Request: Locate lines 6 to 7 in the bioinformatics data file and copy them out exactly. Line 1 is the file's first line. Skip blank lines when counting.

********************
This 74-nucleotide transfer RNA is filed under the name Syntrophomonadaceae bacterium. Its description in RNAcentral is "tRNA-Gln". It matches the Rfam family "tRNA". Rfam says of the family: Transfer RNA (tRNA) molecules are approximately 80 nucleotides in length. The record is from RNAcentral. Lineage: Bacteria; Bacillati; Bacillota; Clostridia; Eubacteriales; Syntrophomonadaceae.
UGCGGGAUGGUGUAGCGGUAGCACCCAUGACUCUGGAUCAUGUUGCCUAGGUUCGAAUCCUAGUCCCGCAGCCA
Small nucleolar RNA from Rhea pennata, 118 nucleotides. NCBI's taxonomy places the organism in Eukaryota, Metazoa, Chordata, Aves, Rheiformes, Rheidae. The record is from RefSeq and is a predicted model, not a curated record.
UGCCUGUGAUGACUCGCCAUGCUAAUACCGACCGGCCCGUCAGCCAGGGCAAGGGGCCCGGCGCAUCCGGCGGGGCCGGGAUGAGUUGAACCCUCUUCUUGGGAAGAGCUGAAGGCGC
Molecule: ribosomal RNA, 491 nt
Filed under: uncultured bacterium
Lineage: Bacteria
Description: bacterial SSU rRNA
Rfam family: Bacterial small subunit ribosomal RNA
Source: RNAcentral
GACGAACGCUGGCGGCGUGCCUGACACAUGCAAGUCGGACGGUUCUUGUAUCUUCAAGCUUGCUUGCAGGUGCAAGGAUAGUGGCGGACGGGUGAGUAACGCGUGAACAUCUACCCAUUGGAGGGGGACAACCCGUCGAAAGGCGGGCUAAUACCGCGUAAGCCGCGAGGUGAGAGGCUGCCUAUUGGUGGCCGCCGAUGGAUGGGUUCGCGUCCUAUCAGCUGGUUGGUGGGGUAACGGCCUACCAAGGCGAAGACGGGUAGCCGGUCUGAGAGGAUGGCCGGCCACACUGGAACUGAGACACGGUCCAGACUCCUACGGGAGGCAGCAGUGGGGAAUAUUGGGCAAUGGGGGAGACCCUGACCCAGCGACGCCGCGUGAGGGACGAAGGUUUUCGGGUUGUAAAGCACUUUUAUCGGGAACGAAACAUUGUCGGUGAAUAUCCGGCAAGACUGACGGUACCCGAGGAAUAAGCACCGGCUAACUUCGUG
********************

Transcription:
Filed under: uncultured bacterium
Lineage: Bacteria